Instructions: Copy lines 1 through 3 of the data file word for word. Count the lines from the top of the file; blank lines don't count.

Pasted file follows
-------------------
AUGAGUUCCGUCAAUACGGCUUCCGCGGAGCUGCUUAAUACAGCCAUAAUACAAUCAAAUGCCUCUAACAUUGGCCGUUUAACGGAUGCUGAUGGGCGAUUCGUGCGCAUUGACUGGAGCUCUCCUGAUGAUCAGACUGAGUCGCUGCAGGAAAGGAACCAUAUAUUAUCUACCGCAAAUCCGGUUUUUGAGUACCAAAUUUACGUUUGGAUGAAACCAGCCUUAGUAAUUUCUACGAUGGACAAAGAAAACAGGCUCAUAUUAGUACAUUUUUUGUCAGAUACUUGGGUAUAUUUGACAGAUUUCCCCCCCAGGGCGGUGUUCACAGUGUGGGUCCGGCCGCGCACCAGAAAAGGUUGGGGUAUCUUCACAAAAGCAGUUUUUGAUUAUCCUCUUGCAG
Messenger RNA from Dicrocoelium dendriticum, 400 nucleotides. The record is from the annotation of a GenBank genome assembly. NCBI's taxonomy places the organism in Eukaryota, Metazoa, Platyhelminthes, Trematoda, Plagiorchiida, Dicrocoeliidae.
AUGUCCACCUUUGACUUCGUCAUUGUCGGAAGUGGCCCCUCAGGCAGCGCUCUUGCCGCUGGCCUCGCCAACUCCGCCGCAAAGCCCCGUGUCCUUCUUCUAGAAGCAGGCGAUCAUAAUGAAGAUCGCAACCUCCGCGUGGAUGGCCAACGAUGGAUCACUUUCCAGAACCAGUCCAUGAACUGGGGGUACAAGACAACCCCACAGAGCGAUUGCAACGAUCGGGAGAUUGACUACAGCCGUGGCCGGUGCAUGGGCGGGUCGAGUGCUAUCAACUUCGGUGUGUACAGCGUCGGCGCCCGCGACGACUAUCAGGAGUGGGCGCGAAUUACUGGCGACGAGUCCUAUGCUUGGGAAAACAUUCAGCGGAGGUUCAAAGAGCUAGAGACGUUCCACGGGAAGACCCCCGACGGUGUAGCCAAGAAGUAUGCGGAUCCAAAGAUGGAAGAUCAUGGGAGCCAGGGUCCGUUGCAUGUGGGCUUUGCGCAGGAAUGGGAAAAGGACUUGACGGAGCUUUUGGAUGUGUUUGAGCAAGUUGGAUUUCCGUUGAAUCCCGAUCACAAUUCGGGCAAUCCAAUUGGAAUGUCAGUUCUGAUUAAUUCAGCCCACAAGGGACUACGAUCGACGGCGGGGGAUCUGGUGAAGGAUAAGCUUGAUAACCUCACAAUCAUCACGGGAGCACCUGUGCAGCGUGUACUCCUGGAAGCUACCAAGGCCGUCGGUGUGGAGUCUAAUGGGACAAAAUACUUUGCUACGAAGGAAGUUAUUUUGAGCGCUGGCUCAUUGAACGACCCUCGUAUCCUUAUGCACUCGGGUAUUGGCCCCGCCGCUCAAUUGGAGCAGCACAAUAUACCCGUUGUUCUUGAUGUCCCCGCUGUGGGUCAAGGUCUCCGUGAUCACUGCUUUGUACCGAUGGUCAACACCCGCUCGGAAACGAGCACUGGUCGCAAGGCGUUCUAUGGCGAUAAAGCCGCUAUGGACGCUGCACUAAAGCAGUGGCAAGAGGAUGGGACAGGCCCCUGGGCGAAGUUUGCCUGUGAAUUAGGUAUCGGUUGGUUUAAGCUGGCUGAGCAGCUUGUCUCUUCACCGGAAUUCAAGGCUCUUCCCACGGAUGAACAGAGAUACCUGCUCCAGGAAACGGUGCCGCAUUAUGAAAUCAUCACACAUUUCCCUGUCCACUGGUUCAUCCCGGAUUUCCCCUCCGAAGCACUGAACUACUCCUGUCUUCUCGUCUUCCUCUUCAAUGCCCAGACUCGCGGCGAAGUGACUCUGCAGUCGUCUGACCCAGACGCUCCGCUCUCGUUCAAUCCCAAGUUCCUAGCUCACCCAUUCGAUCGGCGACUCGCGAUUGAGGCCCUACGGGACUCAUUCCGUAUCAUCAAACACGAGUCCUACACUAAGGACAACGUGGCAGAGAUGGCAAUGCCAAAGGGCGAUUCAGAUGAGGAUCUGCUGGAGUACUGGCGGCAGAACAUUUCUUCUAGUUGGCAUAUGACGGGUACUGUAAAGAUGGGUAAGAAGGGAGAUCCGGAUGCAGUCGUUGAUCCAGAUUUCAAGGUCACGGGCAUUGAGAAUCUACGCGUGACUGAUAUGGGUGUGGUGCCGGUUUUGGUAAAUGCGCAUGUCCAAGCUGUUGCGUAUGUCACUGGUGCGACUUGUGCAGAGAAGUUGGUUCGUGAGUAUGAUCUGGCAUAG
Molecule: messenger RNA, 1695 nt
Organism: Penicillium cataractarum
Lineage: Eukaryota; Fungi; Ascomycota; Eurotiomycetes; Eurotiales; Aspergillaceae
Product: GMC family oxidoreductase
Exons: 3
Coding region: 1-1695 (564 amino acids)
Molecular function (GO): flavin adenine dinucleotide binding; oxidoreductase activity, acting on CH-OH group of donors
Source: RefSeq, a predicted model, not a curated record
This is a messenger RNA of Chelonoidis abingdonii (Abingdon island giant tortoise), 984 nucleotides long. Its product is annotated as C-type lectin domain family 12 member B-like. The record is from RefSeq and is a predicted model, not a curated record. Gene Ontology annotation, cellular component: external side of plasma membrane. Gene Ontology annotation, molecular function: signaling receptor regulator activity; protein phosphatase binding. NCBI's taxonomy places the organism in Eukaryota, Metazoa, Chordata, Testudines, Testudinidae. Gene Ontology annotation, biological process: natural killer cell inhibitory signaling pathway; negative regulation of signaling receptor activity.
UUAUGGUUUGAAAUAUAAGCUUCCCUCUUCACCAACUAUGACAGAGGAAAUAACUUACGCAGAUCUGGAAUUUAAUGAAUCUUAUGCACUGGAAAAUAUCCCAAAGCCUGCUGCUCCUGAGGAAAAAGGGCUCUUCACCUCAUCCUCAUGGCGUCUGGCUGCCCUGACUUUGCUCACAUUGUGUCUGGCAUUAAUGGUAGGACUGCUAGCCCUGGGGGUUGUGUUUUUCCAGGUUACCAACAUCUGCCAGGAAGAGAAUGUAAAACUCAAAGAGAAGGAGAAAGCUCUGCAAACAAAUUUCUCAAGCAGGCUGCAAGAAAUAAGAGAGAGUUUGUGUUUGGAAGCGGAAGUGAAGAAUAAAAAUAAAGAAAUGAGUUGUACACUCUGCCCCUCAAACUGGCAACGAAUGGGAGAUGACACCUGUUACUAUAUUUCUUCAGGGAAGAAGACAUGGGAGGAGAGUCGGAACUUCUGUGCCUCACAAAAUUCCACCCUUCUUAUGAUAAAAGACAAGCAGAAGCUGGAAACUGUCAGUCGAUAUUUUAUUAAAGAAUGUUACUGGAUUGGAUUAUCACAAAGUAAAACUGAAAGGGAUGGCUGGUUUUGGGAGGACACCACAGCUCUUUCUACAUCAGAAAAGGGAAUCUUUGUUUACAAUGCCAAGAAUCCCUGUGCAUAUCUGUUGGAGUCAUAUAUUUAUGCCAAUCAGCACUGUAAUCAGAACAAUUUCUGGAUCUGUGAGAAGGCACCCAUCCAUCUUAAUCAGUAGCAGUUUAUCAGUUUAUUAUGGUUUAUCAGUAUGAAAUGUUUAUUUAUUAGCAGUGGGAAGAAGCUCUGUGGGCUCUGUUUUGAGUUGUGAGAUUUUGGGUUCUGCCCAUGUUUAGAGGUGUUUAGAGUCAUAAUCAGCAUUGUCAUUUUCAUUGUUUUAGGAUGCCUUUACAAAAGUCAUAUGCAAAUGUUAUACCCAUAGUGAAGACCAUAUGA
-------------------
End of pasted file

AUGAGUUCCGUCAAUACGGCUUCCGCGGAGCUGCUUAAUACAGCCAUAAUACAAUCAAAUGCCUCUAACAUUGGCCGUUUAACGGAUGCUGAUGGGCGAUUCGUGCGCAUUGACUGGAGCUCUCCUGAUGAUCAGACUGAGUCGCUGCAGGAAAGGAACCAUAUAUUAUCUACCGCAAAUCCGGUUUUUGAGUACCAAAUUUACGUUUGGAUGAAACCAGCCUUAGUAAUUUCUACGAUGGACAAAGAAAACAGGCUCAUAUUAGUACAUUUUUUGUCAGAUACUUGGGUAUAUUUGACAGAUUUCCCCCCCAGGGCGGUGUUCACAGUGUGGGUCCGGCCGCGCACCAGAAAAGGUUGGGGUAUCUUCACAAAAGCAGUUUUUGAUUAUCCUCUUGCAG
Messenger RNA from Dicrocoelium dendriticum, 400 nucleotides. The record is from the annotation of a GenBank genome assembly. NCBI's taxonomy places the organism in Eukaryota, Metazoa, Platyhelminthes, Trematoda, Plagiorchiida, Dicrocoeliidae.
AUGUCCACCUUUGACUUCGUCAUUGUCGGAAGUGGCCCCUCAGGCAGCGCUCUUGCCGCUGGCCUCGCCAACUCCGCCGCAAAGCCCCGUGUCCUUCUUCUAGAAGCAGGCGAUCAUAAUGAAGAUCGCAACCUCCGCGUGGAUGGCCAACGAUGGAUCACUUUCCAGAACCAGUCCAUGAACUGGGGGUACAAGACAACCCCACAGAGCGAUUGCAACGAUCGGGAGAUUGACUACAGCCGUGGCCGGUGCAUGGGCGGGUCGAGUGCUAUCAACUUCGGUGUGUACAGCGUCGGCGCCCGCGACGACUAUCAGGAGUGGGCGCGAAUUACUGGCGACGAGUCCUAUGCUUGGGAAAACAUUCAGCGGAGGUUCAAAGAGCUAGAGACGUUCCACGGGAAGACCCCCGACGGUGUAGCCAAGAAGUAUGCGGAUCCAAAGAUGGAAGAUCAUGGGAGCCAGGGUCCGUUGCAUGUGGGCUUUGCGCAGGAAUGGGAAAAGGACUUGACGGAGCUUUUGGAUGUGUUUGAGCAAGUUGGAUUUCCGUUGAAUCCCGAUCACAAUUCGGGCAAUCCAAUUGGAAUGUCAGUUCUGAUUAAUUCAGCCCACAAGGGACUACGAUCGACGGCGGGGGAUCUGGUGAAGGAUAAGCUUGAUAACCUCACAAUCAUCACGGGAGCACCUGUGCAGCGUGUACUCCUGGAAGCUACCAAGGCCGUCGGUGUGGAGUCUAAUGGGACAAAAUACUUUGCUACGAAGGAAGUUAUUUUGAGCGCUGGCUCAUUGAACGACCCUCGUAUCCUUAUGCACUCGGGUAUUGGCCCCGCCGCUCAAUUGGAGCAGCACAAUAUACCCGUUGUUCUUGAUGUCCCCGCUGUGGGUCAAGGUCUCCGUGAUCACUGCUUUGUACCGAUGGUCAACACCCGCUCGGAAACGAGCACUGGUCGCAAGGCGUUCUAUGGCGAUAAAGCCGCUAUGGACGCUGCACUAAAGCAGUGGCAAGAGGAUGGGACAGGCCCCUGGGCGAAGUUUGCCUGUGAAUUAGGUAUCGGUUGGUUUAAGCUGGCUGAGCAGCUUGUCUCUUCACCGGAAUUCAAGGCUCUUCCCACGGAUGAACAGAGAUACCUGCUCCAGGAAACGGUGCCGCAUUAUGAAAUCAUCACACAUUUCCCUGUCCACUGGUUCAUCCCGGAUUUCCCCUCCGAAGCACUGAACUACUCCUGUCUUCUCGUCUUCCUCUUCAAUGCCCAGACUCGCGGCGAAGUGACUCUGCAGUCGUCUGACCCAGACGCUCCGCUCUCGUUCAAUCCCAAGUUCCUAGCUCACCCAUUCGAUCGGCGACUCGCGAUUGAGGCCCUACGGGACUCAUUCCGUAUCAUCAAACACGAGUCCUACACUAAGGACAACGUGGCAGAGAUGGCAAUGCCAAAGGGCGAUUCAGAUGAGGAUCUGCUGGAGUACUGGCGGCAGAACAUUUCUUCUAGUUGGCAUAUGACGGGUACUGUAAAGAUGGGUAAGAAGGGAGAUCCGGAUGCAGUCGUUGAUCCAGAUUUCAAGGUCACGGGCAUUGAGAAUCUACGCGUGACUGAUAUGGGUGUGGUGCCGGUUUUGGUAAAUGCGCAUGUCCAAGCUGUUGCGUAUGUCACUGGUGCGACUUGUGCAGAGAAGUUGGUUCGUGAGUAUGAUCUGGCAUAG